As we go up the pyramid, people get sicker.

The middle of the pyramid is where most patients with a chronic disease reside. It’s also where much of the cost exists. The good news: we can make a substantial difference in patient outcomes and cost, if disease interventions are put into place here, catching it before the patients move to the top of the pyramid.

At the top of the pyramid is where the most complex and complicated chronic disease patients reside, those who lean toward end-of-life needs.

Here is the rub: the middle tier has not been the focus in our country. That’s why they say that the U.S. healthcare system has been designed for sickness. If someone gets sick here, we throw the kitchen sink at him/her. This, of course, is not a cost-effective way to live longer, happier and healthier lives. We need to move care upstream – catching disease earlier – which, by the way, is fundamental to what makes population health work.

“Dealing with chronic kidney disease early on is critical. It’s often a leading contributor to many other disease states.”

– Dr. Rahim


Are certain chronic diseases more appropriate for population health strategies? Perhaps, diabetes and/or kidney disease?


Like hypertension, diabetes and chronic kidney disease are relatively easy to identify, which makes them plausible case studies for population health.

It’s critical to deal with chronic kidney disease early on as it’s often a leading contributor to many other disease states.

“Many PCPs want to handle more of the care… upstream. They don’t want to be just a referral engine for specialty or downstream care.”

– Dr. Rahim


Research indicates that awareness of kidney disease is limited among providers and patients. Furthermore, the right testing is often not done early on, when it matters most. Since you come from a primary care background, what is your take on this? What can be done to rectify this at the PCP level?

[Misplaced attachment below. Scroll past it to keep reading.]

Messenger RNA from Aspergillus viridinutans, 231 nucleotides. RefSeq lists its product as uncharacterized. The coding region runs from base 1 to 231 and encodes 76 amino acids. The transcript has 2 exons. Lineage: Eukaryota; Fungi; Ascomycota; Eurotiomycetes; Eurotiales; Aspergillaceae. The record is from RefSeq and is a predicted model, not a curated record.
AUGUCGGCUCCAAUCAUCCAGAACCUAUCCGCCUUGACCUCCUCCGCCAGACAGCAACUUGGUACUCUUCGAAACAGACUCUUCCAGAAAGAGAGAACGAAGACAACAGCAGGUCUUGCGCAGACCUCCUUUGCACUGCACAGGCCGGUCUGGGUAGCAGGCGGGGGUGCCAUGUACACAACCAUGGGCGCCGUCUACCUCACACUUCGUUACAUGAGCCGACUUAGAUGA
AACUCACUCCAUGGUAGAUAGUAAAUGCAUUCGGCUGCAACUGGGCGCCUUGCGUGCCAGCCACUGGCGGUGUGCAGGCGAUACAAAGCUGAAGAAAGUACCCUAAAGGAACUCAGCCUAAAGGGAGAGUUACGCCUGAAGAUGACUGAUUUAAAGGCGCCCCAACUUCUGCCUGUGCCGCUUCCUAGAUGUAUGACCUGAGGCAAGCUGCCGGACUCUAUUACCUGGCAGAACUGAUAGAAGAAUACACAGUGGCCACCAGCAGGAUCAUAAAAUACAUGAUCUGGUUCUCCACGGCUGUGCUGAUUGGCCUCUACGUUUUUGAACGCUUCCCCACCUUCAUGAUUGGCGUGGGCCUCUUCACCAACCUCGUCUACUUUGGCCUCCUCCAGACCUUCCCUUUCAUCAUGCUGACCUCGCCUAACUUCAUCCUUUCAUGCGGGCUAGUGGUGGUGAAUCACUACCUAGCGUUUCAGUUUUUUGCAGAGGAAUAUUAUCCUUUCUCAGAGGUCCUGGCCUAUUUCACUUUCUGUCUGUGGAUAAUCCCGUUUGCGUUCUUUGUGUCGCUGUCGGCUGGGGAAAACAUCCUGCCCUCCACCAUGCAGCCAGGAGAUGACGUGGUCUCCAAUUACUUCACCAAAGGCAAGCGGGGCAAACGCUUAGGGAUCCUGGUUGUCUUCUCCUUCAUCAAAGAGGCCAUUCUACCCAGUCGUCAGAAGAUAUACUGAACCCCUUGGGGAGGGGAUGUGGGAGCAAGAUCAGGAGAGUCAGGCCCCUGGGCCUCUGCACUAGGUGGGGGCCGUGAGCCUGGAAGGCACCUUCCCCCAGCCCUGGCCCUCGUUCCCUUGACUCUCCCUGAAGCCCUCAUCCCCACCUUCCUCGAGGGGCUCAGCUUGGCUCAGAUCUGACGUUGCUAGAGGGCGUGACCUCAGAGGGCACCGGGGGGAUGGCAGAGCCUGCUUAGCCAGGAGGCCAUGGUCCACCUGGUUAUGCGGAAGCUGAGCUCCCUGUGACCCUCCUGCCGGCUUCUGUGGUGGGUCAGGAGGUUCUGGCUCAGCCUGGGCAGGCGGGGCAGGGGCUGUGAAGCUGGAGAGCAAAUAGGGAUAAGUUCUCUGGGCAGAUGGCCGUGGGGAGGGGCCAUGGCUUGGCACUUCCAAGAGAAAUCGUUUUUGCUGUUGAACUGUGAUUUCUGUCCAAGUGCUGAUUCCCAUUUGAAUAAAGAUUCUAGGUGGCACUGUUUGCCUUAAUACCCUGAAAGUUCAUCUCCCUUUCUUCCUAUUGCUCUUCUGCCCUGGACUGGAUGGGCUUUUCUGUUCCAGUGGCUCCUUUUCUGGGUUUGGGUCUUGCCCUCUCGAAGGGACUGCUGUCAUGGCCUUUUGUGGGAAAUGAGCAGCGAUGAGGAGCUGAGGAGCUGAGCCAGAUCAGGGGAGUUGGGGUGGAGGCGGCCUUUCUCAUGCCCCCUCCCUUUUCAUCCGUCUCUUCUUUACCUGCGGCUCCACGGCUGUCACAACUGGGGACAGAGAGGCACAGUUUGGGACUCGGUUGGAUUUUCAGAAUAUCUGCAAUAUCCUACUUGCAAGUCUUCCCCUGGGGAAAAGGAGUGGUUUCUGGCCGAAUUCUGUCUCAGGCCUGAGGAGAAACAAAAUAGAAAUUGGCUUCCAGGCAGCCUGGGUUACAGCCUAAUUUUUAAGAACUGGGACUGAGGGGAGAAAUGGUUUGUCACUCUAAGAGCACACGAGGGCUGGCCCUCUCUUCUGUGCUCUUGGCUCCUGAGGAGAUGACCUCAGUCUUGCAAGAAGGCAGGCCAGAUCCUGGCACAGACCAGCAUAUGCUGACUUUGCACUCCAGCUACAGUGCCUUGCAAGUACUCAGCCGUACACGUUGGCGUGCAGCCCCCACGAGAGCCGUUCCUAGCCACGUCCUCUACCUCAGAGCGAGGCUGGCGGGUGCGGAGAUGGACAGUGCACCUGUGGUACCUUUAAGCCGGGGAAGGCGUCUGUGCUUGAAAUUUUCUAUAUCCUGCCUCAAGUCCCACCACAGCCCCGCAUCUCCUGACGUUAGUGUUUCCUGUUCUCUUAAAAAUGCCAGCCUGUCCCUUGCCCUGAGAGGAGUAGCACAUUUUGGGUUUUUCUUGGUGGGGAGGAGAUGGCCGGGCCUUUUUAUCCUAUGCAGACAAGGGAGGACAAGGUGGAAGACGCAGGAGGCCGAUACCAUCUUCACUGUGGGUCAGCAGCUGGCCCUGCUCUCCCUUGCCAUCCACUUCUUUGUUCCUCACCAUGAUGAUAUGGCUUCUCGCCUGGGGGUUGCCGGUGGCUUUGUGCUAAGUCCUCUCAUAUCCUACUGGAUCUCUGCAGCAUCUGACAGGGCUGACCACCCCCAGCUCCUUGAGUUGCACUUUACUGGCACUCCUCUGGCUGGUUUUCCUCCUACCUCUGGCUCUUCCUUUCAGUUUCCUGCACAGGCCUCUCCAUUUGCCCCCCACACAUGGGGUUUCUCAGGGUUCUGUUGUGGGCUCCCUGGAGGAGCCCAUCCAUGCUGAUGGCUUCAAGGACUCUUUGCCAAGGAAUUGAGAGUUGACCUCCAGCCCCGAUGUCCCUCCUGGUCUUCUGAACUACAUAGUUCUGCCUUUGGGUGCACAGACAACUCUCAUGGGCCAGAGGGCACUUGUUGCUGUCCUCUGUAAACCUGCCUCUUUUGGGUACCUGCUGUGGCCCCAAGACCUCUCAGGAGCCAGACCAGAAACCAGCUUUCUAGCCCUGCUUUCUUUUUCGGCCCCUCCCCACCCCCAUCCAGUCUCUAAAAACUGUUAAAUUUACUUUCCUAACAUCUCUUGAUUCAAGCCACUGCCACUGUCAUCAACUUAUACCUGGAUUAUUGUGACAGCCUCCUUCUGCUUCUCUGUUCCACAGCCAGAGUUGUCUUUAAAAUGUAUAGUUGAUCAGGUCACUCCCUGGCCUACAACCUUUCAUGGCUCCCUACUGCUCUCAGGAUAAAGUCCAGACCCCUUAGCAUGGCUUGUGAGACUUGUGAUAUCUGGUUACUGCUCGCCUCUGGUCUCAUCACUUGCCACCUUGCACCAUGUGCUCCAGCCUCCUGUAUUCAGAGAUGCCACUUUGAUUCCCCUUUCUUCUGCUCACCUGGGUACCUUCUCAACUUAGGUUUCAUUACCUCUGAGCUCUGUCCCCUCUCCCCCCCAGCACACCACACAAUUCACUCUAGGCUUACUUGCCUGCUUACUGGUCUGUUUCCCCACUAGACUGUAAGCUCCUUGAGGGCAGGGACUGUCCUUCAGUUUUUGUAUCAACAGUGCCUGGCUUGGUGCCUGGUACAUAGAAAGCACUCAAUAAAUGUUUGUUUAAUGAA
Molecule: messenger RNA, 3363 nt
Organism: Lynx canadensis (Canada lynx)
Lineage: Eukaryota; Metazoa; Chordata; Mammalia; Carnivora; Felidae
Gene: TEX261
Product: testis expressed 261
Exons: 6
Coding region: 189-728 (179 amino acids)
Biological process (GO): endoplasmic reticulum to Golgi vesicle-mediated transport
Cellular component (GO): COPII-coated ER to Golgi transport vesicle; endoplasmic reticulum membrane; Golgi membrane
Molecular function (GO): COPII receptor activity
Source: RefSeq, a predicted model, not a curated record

PCP education and presentation of the scientific underpinnings and clinical trials are foundational. Equally important is making the right thing to do, very easy to do, through team-based primary care support.

Many PCPs want to handle more of the care… upstream. They don’t want to be just a referral engine for specialty or downstream care.

That said, it is very hard to do what we’re talking about in the current infrastructure: a PCP often has at most 15 minutes to provide care to each patient. However, if they are to better manage care upfront, they need to be appropriately resourced and supported. Ultimately, time and aligned finances are part of the equation.

In general, to drive the value-based care model, we can’t just add more to what the PCP or specialist must do. That’s when we will get both resistance and lack of adoption. We have to rethink the way everything works today, reorganize, and make it financially feasible.


It’s clear that all of this will take a lot more than a village. You mentioned that there is bipartisan support for value-based care and population health. Is there something that Biden’s administration is saying or doing now that makes you more hopeful that these strategies will be more fully realized?


President Biden has hired people who are both proponents of value-based care and have had experience within these delivery models. Thus, they are proponents and practitioners. The Administration has had its hands full with many priorities since January (e.g., COVID, Infrastructure Bill, etc.), so it’s unclear as to what the specifics of these strategies will be or when they will be implemented.

Side note: President Biden has made value-based care one of the cornerstones of his healthcare agenda. It joins, expanding the Affordable Care Act, reducing drug prices, and modernizing the FDA, as a key priority.